Though Casa Cuevas is a relatively young company, they have deep roots in the tobacco business. The Cuevas family traces their lineage back to the Pinar Del Río region of Cuba, eventually migrating to the Dominican Republic (where the family’s factory is currently located), and now Miami (where the company is headquartered). If you haven’t heard of Casa Cuevas or their factory, Tabacalera Las Lavas, odds are that you have heard of one of the many cigars produced at their factory in years past; including the likes of Carlos Toraño, Gurkha, Sam Leccia, and many other private labels.
Upon the launch of the Cuevas family’s self-branded cigars, Luis Cuevas, owner of Casa Cuevas, took a straight-forward approach, debuting a Connecticut (which earned an impressive 91-point score from Cigar Dojo), a maduro, and a habano. Both the habano and maduro have now expanded to include a new Clásico Prensado line extention (essentially a box-pressed toro).
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Habano Clásico Prensado Breakdown
- Wrapper: Ecuador Habano
- Binder: Nicaraguan
- Filler: Dominican | Nicaraguan
- Factory: Tabacalera Las Lavas (Dominican Republic)
- Production: Regular Production
- Vitola: 6″ × 48 (Prensado)
- Price: $8.20 (MSRP)
The Casa Cuevas Habano Clásico Prensado is a three-country blend. The wrapper is a sleek Ecuadorian Habano that encapsulates a Nicaraguan binder and fillers of both Nicaragua and the Dominican Republic. The cigar marks the only box-pressed offering in the lineup, joining a former collection of three sizes:
- Robusto: 5″ x 52 | $7.20 (MSRP)
- Toro: 6″ x 50 | $7.60 (MSRP)
- Gordo: 6″ x 60 | $8.40 (MSRP)
The Casa Cuevas Habano Clásico Prensado has a sufficient box-press that gives it a firm, rectangular appearance. In the hand, the cigar feels like you are holding a really fancy pen—a strange analogy, admitted, but hey, I am a strange guy. There is a tightly packed bunch of tobacco when examining the foot. The wrapper and cap seams are evident, but both skillfully applied. The wrapper leaf has a silky, smooth texture and the cigar feels firm and dense throughout. There are also no blemishes or veins across the wrapper.
There is a parmesan cheese musk on the wrapper and the foot smells of cedar. The pre-light draw has some plum sweetness to it and the raw tobacco on the tongue tastes like rhubarb.
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The initial puffs were pretty strong; so much so that it was difficult to retrohale the first few draws. Good, stable flavor starts to emerge after the initial onslaught. It tastes meaty, like peppered beef; this cigar is a full entree, not an appetizer. The cigar has some definite substance to it, but there are a lot of other flavors that are hard to put my finger on, reminding me of a nice paella dish. It has so many different subtle flavors that produce an overall rich quality. It is fuller-flavored cigar but has a medium body and medium strength output. The box-press seems to benefit this cigar, giving it a less airy and more concentrated taste and draw than the original blend.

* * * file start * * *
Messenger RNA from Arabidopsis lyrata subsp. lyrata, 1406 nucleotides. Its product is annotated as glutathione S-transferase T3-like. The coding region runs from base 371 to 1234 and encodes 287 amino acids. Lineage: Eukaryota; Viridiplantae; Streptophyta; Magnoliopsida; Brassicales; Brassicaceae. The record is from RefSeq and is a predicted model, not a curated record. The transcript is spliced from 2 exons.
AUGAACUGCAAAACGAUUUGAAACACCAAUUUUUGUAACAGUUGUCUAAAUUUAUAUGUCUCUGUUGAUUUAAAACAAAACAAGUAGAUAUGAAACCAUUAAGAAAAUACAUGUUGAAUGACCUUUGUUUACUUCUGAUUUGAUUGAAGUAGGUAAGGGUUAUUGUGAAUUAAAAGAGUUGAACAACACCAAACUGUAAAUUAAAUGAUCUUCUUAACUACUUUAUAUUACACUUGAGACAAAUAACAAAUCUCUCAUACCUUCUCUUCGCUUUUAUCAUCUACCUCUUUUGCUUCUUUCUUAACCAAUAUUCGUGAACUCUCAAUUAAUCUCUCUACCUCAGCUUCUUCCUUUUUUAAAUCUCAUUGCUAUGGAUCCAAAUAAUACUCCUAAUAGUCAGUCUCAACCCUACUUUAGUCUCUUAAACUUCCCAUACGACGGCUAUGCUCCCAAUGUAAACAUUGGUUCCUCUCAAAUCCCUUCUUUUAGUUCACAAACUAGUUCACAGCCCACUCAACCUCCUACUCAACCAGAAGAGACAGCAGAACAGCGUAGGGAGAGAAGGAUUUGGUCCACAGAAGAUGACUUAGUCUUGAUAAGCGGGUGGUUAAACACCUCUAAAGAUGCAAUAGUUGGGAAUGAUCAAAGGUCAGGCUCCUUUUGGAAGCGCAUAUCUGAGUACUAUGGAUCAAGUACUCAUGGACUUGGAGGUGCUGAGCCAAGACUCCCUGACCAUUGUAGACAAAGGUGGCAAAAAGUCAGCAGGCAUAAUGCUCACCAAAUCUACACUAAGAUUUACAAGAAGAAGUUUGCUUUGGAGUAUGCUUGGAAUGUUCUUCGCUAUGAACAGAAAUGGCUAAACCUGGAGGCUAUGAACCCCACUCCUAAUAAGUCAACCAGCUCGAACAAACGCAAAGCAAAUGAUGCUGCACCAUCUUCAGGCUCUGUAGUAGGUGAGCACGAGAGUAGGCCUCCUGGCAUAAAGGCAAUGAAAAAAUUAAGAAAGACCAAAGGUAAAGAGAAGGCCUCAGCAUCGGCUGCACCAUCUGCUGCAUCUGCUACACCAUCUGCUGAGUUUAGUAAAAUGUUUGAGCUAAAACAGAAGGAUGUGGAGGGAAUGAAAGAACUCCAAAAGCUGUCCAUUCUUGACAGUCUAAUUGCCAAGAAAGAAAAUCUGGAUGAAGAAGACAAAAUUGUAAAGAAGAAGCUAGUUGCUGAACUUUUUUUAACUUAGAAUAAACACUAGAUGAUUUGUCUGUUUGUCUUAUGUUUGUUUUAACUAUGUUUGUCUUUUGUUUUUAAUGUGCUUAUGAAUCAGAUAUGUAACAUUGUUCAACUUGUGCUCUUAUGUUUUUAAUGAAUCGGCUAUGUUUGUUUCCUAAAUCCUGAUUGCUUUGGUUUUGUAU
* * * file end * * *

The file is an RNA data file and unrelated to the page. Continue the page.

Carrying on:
The raw tobacco taste on the tongue mixes with sweet and sour flavors, bringing notes of sweet cedar and SweeTarts candy, backed by a peppery retrohale. Smooth, rich smoke begins to pour out, giving a meaty quality on the finish—a good, steak-like cigar. It has a creamy texture with a pinch of sourness to it, reminding me of a whiskey sour cocktail. The draw is virtually perfect, the burn is slightly wonky, and the strength and body have undergone a slight uptick—both now clocking in around medium-plus. I get a toffee candy flavor (like a Heath bar) to accompany salted nuts.
A sweet-n-sour character (kind of like Chinese food) enters the fold as smoke pours from the cigar. The flavor goes all the way to the back of the throat with a BBQ taste. I have my first relight near the band. There is plenty of white pepper on the retrohale, as well as a creamy and nutty tone overall. The Casa Cuevas Habano Prensado is a well-constructed cigar. The box-press gives the cigar a firmness and weight to the tobacco. The draw was near-perfect and, aside from some slight burn issues and a single relight, I had no problems with this cigar. The expert craftsmanship is evident throughout.
Would I Smoke This Cigar Again?
I would and I will smoke the Clásico Prensado again. The fantastic draw, complex flavors, and meaty quality make this cigar dynamite, in my opinion. There was a good mix of flavor and changes in both body and strength to make the Clásico worth revisiting.
- One of the cigars that I smoked for this review had such a strange flavor profile that I threw it out for the official review; it was like a very dark charcoal flavor with notes of gasoline and it was so strong that I had to smoke a few others of this blend to verify it was an anomaly.
- Rye whiskey is a great pairing for this cigar—Old Forester Rye was paired with one of the review samples and the two just seemed to click.
What’s he doin’?
(Detailing my hypothetical, idyllic smoking scenario for any given review cigar)
I would smoke this cigar in Buenos Aires in-between my tango lessons. I have just ordered a steak and there is a string quartet that follows me around as if I was some form of duke or baron. For some reason, in this scenario I am a popular Latin day-time soap opera actor.
- Flavor: Near-full
- Strength: Medium
- Body: Medium
- Creamy sweetness
- Smoke Time: 1 hour, 50 minutes
- Pairing Recommendation: Perrier, Whiskey sour, Straight rye whiskey, Steak
- Purchase Recommendation: 10 (box)
- Rich flavors
- Near-perfect draw
- Dynamic changes throughout
- A bit strong on the retrohale
- Relight/burn issues
- Some inconsistencies between samples